I just read that the Apple iPhone (pictured right) will be released on June 29.  Coincidentally, that's the date of my first marriage.  Had she and I stayed married, it would be 22 years.
It then occurred to me that my first wife and the iPhone have a lot in common.
So in that vein, let me share with you the top 10 reasons why the iPhone is like my ex-wife.

  1. It's expensive.
  2. It seems special because it's unique, but ultimately it's just a mediocre piece (of equipment).
  3. People will want one,if for no other reason that they know how easy it is.
  4. You don't have to be smart to do everything it's capable of.  In fact, it helps if you're not.
  5. It comes with a lot of baggage you may not want (in the case of the iPhone, that would be iTunes).
  6. It's got a lot of open connectivity to the world.
  7. At first it sounds like a great idea, but once you've had it for a while you realize you're stuck with it.  (iPhone requires a 2 year contract).
  8. You can put a nice package on it, but inside it's based on old technology and eventually you're going to get tired of its annoying way of doing things.
  9. "Think Different" is not always better than "Be Normal"
  10. No matter how fun it will be to play with, you'll soon realize that because of all of the things above, you shouldn't have got one in the first place and if you can't find exactly what you want that will last you a long time, you'd have been better off with a Palm.  It may not do everything, it may not be as fun, and it's not something you brag about to your friends, but it's reliable, somewhat enjoyable, and it'll get the job done.

CVS Decides it Knows More Than Physicians

CVS has decided that it will only fill opioid prescriptions for short term pain for up to 7 days.

This really ticks me off. For starters, I know that this is for short-term pain and it wouldn't directly affect my family, if we actually went to CVS. But that's not my point.

When I voted for the first medical marijuana law in the nation when I lived in California, I didn't do it because I approved of its use. I didn't do it because I believed it was an effective medication for anything. I did it solely because I believe a doctor should be free to prescribe whatever they feel will work without interference. I still feel that way.

Who the heck is CVS to second-guess a physician and unilaterally decide that 7 days is long enough? Are some doctors over-prescribing? Certainly. The answer is to GO AFTER THOSE DOCTORS. CVS' job isn't to evaluate a licensed medical doctor's treatment. It's to fill the prescriptions.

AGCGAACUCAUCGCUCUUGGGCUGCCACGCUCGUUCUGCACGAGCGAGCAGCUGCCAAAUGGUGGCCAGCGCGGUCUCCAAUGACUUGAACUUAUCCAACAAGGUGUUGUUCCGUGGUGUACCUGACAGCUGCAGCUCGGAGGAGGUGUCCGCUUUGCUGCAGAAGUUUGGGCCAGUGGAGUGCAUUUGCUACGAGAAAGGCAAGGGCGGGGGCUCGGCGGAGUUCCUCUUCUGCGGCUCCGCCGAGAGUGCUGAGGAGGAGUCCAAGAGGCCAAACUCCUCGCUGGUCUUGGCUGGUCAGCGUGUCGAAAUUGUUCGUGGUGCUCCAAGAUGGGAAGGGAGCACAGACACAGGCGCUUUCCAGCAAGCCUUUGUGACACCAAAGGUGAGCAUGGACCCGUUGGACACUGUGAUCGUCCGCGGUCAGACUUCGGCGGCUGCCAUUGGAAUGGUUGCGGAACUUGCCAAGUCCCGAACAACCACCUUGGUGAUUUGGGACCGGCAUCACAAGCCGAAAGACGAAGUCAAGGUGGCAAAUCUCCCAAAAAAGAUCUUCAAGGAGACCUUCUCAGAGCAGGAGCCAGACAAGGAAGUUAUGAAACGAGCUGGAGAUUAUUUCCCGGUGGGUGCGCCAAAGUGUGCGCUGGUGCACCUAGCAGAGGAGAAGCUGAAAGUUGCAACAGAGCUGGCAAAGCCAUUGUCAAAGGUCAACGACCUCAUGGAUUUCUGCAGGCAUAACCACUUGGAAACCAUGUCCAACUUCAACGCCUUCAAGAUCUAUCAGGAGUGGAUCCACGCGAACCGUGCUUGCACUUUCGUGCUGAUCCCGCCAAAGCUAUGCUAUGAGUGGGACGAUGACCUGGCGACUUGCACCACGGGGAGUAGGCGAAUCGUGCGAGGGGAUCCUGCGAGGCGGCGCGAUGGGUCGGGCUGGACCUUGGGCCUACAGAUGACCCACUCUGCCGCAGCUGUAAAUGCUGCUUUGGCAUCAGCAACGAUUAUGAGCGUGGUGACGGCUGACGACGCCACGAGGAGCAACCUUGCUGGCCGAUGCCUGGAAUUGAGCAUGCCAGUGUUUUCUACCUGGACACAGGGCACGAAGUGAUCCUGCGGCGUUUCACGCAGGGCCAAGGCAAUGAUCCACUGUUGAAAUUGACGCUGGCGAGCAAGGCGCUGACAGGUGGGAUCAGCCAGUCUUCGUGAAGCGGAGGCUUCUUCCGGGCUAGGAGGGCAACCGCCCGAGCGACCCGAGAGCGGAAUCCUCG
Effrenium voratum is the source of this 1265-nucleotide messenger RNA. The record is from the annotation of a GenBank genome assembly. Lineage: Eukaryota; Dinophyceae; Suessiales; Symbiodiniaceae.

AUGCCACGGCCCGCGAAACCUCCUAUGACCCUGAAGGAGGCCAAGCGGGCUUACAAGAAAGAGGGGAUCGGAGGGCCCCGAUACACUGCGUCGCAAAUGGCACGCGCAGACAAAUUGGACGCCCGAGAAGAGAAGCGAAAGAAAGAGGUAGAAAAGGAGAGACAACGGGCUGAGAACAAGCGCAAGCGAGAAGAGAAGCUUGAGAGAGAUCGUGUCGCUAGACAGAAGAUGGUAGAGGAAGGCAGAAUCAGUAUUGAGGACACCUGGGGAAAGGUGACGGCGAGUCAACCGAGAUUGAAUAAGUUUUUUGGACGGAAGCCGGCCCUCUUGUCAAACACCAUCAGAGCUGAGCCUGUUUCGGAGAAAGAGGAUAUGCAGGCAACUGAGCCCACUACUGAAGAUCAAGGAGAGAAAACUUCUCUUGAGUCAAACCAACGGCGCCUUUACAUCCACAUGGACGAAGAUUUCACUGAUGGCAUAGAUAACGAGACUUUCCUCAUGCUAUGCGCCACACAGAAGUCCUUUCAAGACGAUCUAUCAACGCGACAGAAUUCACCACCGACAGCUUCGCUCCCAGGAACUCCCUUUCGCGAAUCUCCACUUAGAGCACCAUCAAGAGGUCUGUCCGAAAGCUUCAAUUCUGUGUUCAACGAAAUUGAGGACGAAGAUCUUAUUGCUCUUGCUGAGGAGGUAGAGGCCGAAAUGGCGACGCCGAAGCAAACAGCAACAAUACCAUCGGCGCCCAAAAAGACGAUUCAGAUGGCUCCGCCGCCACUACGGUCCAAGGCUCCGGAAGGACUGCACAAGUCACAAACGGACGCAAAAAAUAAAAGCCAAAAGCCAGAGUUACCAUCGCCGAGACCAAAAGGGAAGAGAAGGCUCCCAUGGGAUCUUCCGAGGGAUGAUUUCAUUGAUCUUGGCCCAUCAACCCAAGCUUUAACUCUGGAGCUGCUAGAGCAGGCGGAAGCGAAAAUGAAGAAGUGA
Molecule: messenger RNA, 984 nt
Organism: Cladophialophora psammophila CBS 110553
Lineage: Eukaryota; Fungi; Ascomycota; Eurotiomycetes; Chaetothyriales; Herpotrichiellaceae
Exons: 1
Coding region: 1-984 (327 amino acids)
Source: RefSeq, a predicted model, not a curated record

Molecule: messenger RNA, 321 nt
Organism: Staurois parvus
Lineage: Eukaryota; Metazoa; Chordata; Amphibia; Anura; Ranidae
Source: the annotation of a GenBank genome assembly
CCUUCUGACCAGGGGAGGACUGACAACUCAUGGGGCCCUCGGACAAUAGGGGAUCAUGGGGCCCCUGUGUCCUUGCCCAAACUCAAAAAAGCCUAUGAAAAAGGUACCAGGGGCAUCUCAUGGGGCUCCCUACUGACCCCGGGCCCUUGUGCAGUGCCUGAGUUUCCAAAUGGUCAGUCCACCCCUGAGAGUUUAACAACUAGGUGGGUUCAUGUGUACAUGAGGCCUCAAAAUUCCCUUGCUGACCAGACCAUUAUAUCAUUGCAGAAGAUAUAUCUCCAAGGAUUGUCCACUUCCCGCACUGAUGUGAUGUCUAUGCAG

The problem is that once again, some people who abuse opioids make it more difficult for those who have a genuine need for that medication.

When referring to my wife’s pain medication, I once had a person tell me, "There are always alternatives." I responded, "Who are you to second-guess my wife's doctor who has decades of experience and is double-board certified, AND does try alternative and has done several procedures?!"

It's ridiculous when you can't go to a pharmacy and fill legitimate prescriptions without pharmacists actually LYING about whether they have it (and yes, they were lying, a different pharmacist confirmed that) and/or look at you like you're a crackhead!

A doctor should be able to write whatever he feels is necessary and the patient should be able to get it filled. That's why we license doctors. That's why we license pharmacists. If they really want to do things to help, investigate and DO SOMETHING about so-called pill mills and the doctors. If 90% of a doctor's practice involves writing schedule 3 and 2 prescriptions, maybe that doctor is a problem. Research delivery methods that limit the potential for resale and/or abuse.

But the opioid witch hunt really isn't helping anyone right now and the only ones it's affecting are those patients with GOOD doctors and a legitimate need for chronic pain relief.

In the mean time, I'll just stop going to CVS.

Blasts From My Past

I used to blog quite a bit and I’d like to get back into it more often. I’m quite proud of my blogs but they’re broken to a greater or lesser degree, depending on the blog. Broken links are everywhere, pictures are missing and in some cases the posts were just personal. Personal posts are great for the time and I don’t want to lose them, but they’re also not something I want on my new site.

So I’ve decided to migrate the ones I’ve found clever or interesting. This doesn’t mean that the overtly personal posts aren’t great but just that they’re nothing to brag about. They’re not what I would call “Gems”.  It’s those gems that I’m going to be bringing here.  I may comment on them or just leave them be.  I’ll be giving them their original dates as well. Oh, and reading over them after 10 years, let me say how glad I am that none of my coworkers read my blog back then.

Enjoy!

The Post-It boy for better management

I’ve been a software developer for over 30 years. In that time, I’ve met some good bosses, I’ve met some bad bosses. This is a story about one of them. My intent is to make this a series, sort of a “Boss-Stream of Consciousness” if you will. I’ll talk about the ones I’ve liked and the ones I’ve loathed and some of the ones in between. Names and places may or may not be changed, depending on the passage of time, my feelings about said boss and frankly, my mood.